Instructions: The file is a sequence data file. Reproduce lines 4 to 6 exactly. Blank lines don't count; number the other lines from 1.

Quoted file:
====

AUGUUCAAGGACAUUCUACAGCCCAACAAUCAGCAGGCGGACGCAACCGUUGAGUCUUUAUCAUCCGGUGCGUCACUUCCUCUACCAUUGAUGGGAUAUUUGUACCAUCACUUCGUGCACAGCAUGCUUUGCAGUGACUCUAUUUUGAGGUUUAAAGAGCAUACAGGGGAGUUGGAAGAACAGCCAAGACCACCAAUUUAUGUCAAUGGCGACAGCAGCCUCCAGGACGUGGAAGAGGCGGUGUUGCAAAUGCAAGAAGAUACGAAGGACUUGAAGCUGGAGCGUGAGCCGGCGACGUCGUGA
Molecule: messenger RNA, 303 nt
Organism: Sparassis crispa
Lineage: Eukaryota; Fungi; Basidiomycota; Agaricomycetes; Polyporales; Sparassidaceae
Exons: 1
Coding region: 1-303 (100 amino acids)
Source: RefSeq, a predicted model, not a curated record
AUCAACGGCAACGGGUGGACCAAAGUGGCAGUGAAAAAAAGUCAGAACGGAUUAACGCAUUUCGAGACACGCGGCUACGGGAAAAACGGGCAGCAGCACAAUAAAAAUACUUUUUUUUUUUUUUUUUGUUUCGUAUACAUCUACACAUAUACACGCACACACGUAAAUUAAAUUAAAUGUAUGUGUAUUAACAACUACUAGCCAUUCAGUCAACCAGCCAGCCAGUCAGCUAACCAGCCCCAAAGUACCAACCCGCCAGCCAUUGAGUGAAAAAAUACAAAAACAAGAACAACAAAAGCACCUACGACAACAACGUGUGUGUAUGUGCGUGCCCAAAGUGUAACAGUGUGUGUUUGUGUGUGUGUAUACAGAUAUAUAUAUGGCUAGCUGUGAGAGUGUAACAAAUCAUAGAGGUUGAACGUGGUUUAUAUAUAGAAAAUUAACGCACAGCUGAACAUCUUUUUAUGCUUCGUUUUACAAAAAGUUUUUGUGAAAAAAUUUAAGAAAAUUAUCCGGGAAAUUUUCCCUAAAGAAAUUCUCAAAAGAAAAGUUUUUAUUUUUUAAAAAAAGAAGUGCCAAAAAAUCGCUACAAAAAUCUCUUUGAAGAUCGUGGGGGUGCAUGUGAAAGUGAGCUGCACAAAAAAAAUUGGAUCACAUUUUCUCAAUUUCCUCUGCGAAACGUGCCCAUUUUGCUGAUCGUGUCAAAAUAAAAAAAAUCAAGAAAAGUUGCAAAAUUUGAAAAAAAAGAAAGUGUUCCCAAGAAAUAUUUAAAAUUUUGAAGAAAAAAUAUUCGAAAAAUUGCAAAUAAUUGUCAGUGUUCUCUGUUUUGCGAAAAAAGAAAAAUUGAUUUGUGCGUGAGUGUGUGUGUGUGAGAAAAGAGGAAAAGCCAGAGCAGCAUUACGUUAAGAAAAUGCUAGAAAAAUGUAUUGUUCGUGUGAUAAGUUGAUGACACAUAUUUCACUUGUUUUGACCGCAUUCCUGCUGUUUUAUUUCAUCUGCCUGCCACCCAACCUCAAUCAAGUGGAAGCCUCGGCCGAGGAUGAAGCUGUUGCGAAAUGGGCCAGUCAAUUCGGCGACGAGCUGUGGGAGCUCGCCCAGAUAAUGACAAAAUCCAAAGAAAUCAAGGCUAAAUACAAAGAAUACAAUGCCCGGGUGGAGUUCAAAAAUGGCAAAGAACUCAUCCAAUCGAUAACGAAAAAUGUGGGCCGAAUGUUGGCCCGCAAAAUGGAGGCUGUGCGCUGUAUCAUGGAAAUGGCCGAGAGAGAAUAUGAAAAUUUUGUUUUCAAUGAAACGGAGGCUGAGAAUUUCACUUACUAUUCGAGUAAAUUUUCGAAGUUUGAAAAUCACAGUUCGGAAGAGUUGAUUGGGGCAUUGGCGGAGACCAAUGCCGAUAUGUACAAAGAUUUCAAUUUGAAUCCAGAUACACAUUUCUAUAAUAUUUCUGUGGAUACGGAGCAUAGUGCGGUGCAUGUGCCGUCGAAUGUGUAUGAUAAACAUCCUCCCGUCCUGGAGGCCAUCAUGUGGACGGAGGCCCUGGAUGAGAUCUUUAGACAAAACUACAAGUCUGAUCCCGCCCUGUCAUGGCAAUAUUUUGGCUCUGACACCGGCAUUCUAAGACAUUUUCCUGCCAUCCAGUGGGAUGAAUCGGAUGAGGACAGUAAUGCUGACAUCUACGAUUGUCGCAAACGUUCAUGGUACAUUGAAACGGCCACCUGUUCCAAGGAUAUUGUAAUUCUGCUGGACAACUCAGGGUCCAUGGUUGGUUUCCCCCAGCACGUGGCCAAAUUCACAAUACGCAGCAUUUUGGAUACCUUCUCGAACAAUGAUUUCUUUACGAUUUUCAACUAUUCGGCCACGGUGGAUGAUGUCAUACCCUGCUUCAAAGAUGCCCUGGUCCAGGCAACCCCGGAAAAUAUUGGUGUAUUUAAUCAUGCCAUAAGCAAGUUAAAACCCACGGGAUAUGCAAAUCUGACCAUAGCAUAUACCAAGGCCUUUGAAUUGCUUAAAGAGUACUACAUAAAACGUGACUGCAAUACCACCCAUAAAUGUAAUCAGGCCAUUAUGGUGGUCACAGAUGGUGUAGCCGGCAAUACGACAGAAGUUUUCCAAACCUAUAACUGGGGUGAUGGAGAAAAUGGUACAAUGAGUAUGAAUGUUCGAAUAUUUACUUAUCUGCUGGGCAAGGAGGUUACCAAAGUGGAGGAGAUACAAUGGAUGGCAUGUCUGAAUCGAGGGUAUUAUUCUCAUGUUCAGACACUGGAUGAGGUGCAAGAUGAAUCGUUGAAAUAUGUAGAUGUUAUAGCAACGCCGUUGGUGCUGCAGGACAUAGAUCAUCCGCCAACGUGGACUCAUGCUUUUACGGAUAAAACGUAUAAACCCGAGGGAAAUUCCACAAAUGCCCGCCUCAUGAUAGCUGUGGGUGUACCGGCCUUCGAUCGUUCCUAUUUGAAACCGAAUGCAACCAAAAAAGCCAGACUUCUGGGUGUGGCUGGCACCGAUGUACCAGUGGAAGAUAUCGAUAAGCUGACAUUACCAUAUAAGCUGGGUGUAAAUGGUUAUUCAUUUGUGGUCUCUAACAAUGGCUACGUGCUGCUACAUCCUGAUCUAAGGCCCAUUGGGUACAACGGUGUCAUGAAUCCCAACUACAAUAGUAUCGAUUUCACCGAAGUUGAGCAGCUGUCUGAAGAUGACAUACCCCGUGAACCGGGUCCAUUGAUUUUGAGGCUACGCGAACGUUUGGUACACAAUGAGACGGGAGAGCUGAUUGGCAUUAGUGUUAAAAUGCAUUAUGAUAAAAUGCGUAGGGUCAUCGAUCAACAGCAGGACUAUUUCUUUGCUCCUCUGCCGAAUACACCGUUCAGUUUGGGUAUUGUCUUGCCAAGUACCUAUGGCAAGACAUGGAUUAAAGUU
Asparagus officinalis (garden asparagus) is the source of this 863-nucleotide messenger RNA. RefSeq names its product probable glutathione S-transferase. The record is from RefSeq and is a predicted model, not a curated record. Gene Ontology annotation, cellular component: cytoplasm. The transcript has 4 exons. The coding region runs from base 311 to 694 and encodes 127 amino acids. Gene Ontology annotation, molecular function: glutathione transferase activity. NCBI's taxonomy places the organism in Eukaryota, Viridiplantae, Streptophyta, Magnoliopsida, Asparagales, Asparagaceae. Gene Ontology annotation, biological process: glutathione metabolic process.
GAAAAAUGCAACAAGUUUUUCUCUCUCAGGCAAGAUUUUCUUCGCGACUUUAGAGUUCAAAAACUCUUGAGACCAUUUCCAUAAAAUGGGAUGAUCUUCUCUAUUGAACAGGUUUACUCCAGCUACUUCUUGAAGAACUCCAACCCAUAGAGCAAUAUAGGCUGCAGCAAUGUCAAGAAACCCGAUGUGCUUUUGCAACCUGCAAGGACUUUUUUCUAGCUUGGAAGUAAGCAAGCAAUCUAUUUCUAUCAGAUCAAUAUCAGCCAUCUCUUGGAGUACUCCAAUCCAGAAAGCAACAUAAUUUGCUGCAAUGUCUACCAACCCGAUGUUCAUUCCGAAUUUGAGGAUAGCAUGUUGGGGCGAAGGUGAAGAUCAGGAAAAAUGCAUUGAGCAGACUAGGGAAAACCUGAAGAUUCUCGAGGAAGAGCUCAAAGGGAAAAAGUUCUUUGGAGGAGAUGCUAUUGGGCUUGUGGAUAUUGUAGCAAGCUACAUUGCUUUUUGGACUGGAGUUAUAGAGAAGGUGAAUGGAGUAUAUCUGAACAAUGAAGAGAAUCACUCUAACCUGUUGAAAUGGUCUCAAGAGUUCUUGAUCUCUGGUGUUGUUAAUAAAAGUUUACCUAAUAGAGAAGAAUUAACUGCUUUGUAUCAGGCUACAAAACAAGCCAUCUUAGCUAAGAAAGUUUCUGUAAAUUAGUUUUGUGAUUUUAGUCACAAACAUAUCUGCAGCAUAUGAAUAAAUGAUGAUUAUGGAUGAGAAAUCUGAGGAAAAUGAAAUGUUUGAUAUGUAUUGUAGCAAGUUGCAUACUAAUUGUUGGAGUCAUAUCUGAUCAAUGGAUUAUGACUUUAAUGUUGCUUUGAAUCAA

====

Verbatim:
Lineage: Eukaryota; Fungi; Basidiomycota; Agaricomycetes; Polyporales; Sparassidaceae
Exons: 1
Coding region: 1-303 (100 amino acids)